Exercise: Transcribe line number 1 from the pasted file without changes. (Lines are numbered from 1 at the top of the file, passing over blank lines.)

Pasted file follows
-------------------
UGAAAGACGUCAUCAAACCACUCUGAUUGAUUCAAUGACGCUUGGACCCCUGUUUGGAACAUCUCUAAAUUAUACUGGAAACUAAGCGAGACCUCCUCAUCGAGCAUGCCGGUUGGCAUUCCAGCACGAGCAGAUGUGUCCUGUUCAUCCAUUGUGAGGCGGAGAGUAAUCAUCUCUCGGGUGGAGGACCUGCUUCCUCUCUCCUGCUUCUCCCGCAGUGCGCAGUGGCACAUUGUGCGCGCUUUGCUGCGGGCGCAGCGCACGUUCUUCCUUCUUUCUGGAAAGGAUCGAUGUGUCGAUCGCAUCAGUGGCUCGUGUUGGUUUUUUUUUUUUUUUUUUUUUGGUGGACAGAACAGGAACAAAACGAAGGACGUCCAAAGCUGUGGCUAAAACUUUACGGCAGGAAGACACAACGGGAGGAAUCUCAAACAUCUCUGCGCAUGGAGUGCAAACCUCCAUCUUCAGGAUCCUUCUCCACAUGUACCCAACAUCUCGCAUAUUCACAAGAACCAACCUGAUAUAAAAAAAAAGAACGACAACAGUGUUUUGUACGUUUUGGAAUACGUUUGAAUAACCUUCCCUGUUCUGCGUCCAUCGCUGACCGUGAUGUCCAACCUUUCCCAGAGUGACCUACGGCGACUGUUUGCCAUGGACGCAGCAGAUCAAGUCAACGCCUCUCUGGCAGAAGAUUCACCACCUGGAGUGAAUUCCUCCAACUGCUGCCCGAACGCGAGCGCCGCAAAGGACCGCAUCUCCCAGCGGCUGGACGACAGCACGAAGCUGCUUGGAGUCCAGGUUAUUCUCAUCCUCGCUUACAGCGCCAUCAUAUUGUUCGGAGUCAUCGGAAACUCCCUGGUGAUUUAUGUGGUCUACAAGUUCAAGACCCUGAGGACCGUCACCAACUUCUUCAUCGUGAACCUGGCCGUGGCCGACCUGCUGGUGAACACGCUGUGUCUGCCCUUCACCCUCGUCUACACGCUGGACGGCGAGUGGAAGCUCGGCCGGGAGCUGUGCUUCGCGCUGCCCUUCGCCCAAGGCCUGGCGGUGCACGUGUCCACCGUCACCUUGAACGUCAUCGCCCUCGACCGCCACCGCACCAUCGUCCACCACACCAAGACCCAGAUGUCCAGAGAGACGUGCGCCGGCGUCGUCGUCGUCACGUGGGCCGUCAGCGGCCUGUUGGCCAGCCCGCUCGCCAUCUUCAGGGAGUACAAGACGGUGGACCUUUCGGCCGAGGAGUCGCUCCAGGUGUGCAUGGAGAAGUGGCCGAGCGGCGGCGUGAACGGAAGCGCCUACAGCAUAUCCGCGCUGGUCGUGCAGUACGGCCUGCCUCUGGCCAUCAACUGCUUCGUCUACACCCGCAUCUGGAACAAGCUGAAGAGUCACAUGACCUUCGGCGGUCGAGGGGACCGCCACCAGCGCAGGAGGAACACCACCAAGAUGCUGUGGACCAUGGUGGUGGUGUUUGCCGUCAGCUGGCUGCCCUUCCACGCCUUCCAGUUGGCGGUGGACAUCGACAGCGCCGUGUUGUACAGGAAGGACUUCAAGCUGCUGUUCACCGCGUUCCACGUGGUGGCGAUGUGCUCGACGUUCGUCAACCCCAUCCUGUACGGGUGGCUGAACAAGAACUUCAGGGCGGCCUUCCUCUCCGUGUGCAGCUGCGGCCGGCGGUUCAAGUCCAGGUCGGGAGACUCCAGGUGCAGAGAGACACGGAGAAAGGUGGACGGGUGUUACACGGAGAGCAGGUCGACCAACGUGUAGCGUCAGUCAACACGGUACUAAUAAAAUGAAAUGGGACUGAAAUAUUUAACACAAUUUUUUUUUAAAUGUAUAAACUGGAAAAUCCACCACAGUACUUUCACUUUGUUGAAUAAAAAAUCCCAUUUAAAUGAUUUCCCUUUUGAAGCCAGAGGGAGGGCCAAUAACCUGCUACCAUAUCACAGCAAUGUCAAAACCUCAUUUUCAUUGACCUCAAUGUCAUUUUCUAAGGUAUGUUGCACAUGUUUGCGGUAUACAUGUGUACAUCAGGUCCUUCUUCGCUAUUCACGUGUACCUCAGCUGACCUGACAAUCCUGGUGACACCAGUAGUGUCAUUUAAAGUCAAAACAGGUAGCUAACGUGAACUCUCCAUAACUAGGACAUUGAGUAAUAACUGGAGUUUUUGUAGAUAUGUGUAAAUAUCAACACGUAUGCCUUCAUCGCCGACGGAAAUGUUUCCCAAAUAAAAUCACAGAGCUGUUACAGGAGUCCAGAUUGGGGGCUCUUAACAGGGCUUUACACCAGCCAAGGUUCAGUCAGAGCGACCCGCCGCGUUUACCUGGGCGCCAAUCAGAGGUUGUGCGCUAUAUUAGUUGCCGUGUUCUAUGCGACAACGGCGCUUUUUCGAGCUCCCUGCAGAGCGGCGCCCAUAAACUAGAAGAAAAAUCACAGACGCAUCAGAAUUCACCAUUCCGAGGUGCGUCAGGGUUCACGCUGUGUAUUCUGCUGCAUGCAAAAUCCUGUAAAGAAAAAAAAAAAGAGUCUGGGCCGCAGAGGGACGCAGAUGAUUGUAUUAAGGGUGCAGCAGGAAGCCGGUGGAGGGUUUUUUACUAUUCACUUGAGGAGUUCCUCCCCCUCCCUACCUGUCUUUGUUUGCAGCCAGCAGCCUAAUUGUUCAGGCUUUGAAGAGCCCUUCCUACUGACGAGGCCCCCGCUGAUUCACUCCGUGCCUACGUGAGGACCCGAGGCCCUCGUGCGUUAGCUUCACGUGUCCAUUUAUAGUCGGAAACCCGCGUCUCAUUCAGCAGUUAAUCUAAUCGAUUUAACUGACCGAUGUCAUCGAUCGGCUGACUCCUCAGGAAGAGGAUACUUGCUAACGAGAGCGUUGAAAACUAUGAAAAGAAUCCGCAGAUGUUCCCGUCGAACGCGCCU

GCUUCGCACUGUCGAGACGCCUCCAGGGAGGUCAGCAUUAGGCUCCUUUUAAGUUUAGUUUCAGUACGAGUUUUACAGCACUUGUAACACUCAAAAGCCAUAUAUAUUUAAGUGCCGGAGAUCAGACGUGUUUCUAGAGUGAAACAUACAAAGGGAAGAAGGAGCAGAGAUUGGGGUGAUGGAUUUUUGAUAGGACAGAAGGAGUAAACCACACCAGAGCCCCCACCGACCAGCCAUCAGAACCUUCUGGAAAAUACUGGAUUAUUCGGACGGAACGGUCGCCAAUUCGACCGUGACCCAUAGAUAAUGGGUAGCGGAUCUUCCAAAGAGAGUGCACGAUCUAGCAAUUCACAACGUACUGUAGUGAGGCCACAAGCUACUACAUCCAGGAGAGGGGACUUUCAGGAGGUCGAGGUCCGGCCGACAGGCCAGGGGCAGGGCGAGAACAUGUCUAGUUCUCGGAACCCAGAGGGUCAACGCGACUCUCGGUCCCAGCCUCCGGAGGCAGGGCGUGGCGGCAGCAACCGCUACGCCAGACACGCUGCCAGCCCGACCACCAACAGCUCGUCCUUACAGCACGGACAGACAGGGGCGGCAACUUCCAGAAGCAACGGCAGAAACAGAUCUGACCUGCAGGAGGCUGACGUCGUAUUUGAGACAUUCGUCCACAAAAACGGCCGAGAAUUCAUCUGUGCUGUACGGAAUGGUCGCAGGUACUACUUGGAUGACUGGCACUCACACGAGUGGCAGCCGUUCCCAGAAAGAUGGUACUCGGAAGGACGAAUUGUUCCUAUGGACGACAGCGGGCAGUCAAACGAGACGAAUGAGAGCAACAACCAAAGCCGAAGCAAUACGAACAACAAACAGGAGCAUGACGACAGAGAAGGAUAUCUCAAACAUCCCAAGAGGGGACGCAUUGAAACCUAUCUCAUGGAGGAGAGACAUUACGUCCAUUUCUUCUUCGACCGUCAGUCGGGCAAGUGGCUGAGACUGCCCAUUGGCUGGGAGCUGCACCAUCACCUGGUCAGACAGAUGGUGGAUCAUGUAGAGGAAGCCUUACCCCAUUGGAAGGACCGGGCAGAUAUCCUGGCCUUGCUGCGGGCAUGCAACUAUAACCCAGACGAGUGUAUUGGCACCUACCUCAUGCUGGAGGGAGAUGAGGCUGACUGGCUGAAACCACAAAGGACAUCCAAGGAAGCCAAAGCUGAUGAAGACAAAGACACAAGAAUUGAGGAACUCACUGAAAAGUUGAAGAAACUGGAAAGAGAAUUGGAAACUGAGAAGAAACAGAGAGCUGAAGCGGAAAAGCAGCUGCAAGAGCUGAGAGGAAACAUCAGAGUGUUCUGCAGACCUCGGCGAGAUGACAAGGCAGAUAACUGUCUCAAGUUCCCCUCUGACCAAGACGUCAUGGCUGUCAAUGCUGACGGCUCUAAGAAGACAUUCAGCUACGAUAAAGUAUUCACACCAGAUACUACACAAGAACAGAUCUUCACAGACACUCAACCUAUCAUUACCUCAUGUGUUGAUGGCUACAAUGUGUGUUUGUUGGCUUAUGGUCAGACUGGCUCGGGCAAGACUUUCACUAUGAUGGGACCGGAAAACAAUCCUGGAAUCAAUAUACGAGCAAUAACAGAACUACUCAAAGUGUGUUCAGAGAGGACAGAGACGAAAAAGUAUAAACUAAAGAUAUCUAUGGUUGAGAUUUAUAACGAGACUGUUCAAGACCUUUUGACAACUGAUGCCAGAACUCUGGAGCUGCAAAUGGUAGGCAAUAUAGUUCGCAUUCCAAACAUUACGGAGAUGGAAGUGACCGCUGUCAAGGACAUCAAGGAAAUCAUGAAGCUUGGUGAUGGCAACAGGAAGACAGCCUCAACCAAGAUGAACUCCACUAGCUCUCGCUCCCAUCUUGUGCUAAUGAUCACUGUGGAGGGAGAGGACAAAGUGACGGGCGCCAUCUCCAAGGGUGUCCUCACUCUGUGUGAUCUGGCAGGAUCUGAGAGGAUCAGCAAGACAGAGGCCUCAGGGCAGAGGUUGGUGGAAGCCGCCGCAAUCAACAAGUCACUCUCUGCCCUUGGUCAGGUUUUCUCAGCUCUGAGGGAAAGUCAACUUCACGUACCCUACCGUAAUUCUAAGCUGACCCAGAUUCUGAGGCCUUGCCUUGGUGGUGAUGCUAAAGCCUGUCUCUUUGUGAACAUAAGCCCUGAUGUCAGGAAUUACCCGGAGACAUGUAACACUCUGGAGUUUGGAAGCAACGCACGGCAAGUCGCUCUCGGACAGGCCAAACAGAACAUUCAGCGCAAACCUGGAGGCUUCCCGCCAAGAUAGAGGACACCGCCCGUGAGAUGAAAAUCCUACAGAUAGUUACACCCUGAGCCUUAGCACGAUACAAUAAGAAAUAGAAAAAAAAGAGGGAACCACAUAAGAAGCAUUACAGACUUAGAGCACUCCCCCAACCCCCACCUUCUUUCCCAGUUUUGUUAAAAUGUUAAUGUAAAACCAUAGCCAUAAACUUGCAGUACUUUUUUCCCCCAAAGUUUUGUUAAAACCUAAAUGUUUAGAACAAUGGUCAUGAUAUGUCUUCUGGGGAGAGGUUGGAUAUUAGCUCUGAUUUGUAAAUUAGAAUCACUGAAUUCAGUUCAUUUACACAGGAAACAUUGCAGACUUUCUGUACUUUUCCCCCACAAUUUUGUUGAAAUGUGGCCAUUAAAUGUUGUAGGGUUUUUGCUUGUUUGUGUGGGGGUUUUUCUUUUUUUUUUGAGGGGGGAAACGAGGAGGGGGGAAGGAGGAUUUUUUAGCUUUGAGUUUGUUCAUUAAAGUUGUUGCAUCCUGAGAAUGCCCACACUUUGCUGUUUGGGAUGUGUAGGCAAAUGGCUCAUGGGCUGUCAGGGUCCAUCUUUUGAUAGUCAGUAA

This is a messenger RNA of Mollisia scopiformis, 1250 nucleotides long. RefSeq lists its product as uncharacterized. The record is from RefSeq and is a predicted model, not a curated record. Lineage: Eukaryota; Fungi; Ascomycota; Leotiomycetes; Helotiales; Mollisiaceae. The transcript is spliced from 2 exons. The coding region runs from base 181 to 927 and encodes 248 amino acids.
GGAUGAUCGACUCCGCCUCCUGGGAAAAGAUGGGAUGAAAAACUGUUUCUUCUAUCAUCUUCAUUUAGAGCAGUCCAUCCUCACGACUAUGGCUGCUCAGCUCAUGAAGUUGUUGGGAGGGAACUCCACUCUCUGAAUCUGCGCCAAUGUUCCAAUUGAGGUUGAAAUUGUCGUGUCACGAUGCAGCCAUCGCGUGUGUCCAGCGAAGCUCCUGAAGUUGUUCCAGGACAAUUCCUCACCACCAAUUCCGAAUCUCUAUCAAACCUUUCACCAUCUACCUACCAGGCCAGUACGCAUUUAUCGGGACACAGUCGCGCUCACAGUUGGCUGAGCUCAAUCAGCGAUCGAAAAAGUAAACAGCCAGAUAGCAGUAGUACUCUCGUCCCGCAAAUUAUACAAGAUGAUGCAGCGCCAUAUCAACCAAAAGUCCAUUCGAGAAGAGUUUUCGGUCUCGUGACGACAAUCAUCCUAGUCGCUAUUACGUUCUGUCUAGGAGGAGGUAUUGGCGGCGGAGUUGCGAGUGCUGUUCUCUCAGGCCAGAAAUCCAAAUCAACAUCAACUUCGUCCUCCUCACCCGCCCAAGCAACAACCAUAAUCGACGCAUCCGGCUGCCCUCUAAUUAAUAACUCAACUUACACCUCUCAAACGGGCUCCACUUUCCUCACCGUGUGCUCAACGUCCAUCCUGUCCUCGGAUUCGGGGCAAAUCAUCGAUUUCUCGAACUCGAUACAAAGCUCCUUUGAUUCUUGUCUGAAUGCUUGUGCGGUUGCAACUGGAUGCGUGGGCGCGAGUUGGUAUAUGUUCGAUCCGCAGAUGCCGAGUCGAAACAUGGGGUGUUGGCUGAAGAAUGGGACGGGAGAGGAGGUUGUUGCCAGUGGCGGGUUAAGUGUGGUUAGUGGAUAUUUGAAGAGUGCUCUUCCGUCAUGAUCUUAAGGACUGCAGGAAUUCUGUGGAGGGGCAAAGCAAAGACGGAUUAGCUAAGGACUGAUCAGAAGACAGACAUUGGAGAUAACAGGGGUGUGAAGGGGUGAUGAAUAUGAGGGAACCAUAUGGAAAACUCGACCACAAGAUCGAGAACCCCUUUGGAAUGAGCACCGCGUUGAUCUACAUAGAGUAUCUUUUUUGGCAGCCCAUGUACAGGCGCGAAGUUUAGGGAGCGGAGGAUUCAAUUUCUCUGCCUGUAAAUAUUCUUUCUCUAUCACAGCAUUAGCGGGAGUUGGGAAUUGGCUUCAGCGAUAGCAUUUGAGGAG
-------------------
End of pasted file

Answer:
UGAAAGACGUCAUCAAACCACUCUGAUUGAUUCAAUGACGCUUGGACCCCUGUUUGGAACAUCUCUAAAUUAUACUGGAAACUAAGCGAGACCUCCUCAUCGAGCAUGCCGGUUGGCAUUCCAGCACGAGCAGAUGUGUCCUGUUCAUCCAUUGUGAGGCGGAGAGUAAUCAUCUCUCGGGUGGAGGACCUGCUUCCUCUCUCCUGCUUCUCCCGCAGUGCGCAGUGGCACAUUGUGCGCGCUUUGCUGCGGGCGCAGCGCACGUUCUUCCUUCUUUCUGGAAAGGAUCGAUGUGUCGAUCGCAUCAGUGGCUCGUGUUGGUUUUUUUUUUUUUUUUUUUUUGGUGGACAGAACAGGAACAAAACGAAGGACGUCCAAAGCUGUGGCUAAAACUUUACGGCAGGAAGACACAACGGGAGGAAUCUCAAACAUCUCUGCGCAUGGAGUGCAAACCUCCAUCUUCAGGAUCCUUCUCCACAUGUACCCAACAUCUCGCAUAUUCACAAGAACCAACCUGAUAUAAAAAAAAAGAACGACAACAGUGUUUUGUACGUUUUGGAAUACGUUUGAAUAACCUUCCCUGUUCUGCGUCCAUCGCUGACCGUGAUGUCCAACCUUUCCCAGAGUGACCUACGGCGACUGUUUGCCAUGGACGCAGCAGAUCAAGUCAACGCCUCUCUGGCAGAAGAUUCACCACCUGGAGUGAAUUCCUCCAACUGCUGCCCGAACGCGAGCGCCGCAAAGGACCGCAUCUCCCAGCGGCUGGACGACAGCACGAAGCUGCUUGGAGUCCAGGUUAUUCUCAUCCUCGCUUACAGCGCCAUCAUAUUGUUCGGAGUCAUCGGAAACUCCCUGGUGAUUUAUGUGGUCUACAAGUUCAAGACCCUGAGGACCGUCACCAACUUCUUCAUCGUGAACCUGGCCGUGGCCGACCUGCUGGUGAACACGCUGUGUCUGCCCUUCACCCUCGUCUACACGCUGGACGGCGAGUGGAAGCUCGGCCGGGAGCUGUGCUUCGCGCUGCCCUUCGCCCAAGGCCUGGCGGUGCACGUGUCCACCGUCACCUUGAACGUCAUCGCCCUCGACCGCCACCGCACCAUCGUCCACCACACCAAGACCCAGAUGUCCAGAGAGACGUGCGCCGGCGUCGUCGUCGUCACGUGGGCCGUCAGCGGCCUGUUGGCCAGCCCGCUCGCCAUCUUCAGGGAGUACAAGACGGUGGACCUUUCGGCCGAGGAGUCGCUCCAGGUGUGCAUGGAGAAGUGGCCGAGCGGCGGCGUGAACGGAAGCGCCUACAGCAUAUCCGCGCUGGUCGUGCAGUACGGCCUGCCUCUGGCCAUCAACUGCUUCGUCUACACCCGCAUCUGGAACAAGCUGAAGAGUCACAUGACCUUCGGCGGUCGAGGGGACCGCCACCAGCGCAGGAGGAACACCACCAAGAUGCUGUGGACCAUGGUGGUGGUGUUUGCCGUCAGCUGGCUGCCCUUCCACGCCUUCCAGUUGGCGGUGGACAUCGACAGCGCCGUGUUGUACAGGAAGGACUUCAAGCUGCUGUUCACCGCGUUCCACGUGGUGGCGAUGUGCUCGACGUUCGUCAACCCCAUCCUGUACGGGUGGCUGAACAAGAACUUCAGGGCGGCCUUCCUCUCCGUGUGCAGCUGCGGCCGGCGGUUCAAGUCCAGGUCGGGAGACUCCAGGUGCAGAGAGACACGGAGAAAGGUGGACGGGUGUUACACGGAGAGCAGGUCGACCAACGUGUAGCGUCAGUCAACACGGUACUAAUAAAAUGAAAUGGGACUGAAAUAUUUAACACAAUUUUUUUUUAAAUGUAUAAACUGGAAAAUCCACCACAGUACUUUCACUUUGUUGAAUAAAAAAUCCCAUUUAAAUGAUUUCCCUUUUGAAGCCAGAGGGAGGGCCAAUAACCUGCUACCAUAUCACAGCAAUGUCAAAACCUCAUUUUCAUUGACCUCAAUGUCAUUUUCUAAGGUAUGUUGCACAUGUUUGCGGUAUACAUGUGUACAUCAGGUCCUUCUUCGCUAUUCACGUGUACCUCAGCUGACCUGACAAUCCUGGUGACACCAGUAGUGUCAUUUAAAGUCAAAACAGGUAGCUAACGUGAACUCUCCAUAACUAGGACAUUGAGUAAUAACUGGAGUUUUUGUAGAUAUGUGUAAAUAUCAACACGUAUGCCUUCAUCGCCGACGGAAAUGUUUCCCAAAUAAAAUCACAGAGCUGUUACAGGAGUCCAGAUUGGGGGCUCUUAACAGGGCUUUACACCAGCCAAGGUUCAGUCAGAGCGACCCGCCGCGUUUACCUGGGCGCCAAUCAGAGGUUGUGCGCUAUAUUAGUUGCCGUGUUCUAUGCGACAACGGCGCUUUUUCGAGCUCCCUGCAGAGCGGCGCCCAUAAACUAGAAGAAAAAUCACAGACGCAUCAGAAUUCACCAUUCCGAGGUGCGUCAGGGUUCACGCUGUGUAUUCUGCUGCAUGCAAAAUCCUGUAAAGAAAAAAAAAAAGAGUCUGGGCCGCAGAGGGACGCAGAUGAUUGUAUUAAGGGUGCAGCAGGAAGCCGGUGGAGGGUUUUUUACUAUUCACUUGAGGAGUUCCUCCCCCUCCCUACCUGUCUUUGUUUGCAGCCAGCAGCCUAAUUGUUCAGGCUUUGAAGAGCCCUUCCUACUGACGAGGCCCCCGCUGAUUCACUCCGUGCCUACGUGAGGACCCGAGGCCCUCGUGCGUUAGCUUCACGUGUCCAUUUAUAGUCGGAAACCCGCGUCUCAUUCAGCAGUUAAUCUAAUCGAUUUAACUGACCGAUGUCAUCGAUCGGCUGACUCCUCAGGAAGAGGAUACUUGCUAACGAGAGCGUUGAAAACUAUGAAAAGAAUCCGCAGAUGUUCCCGUCGAACGCGCCU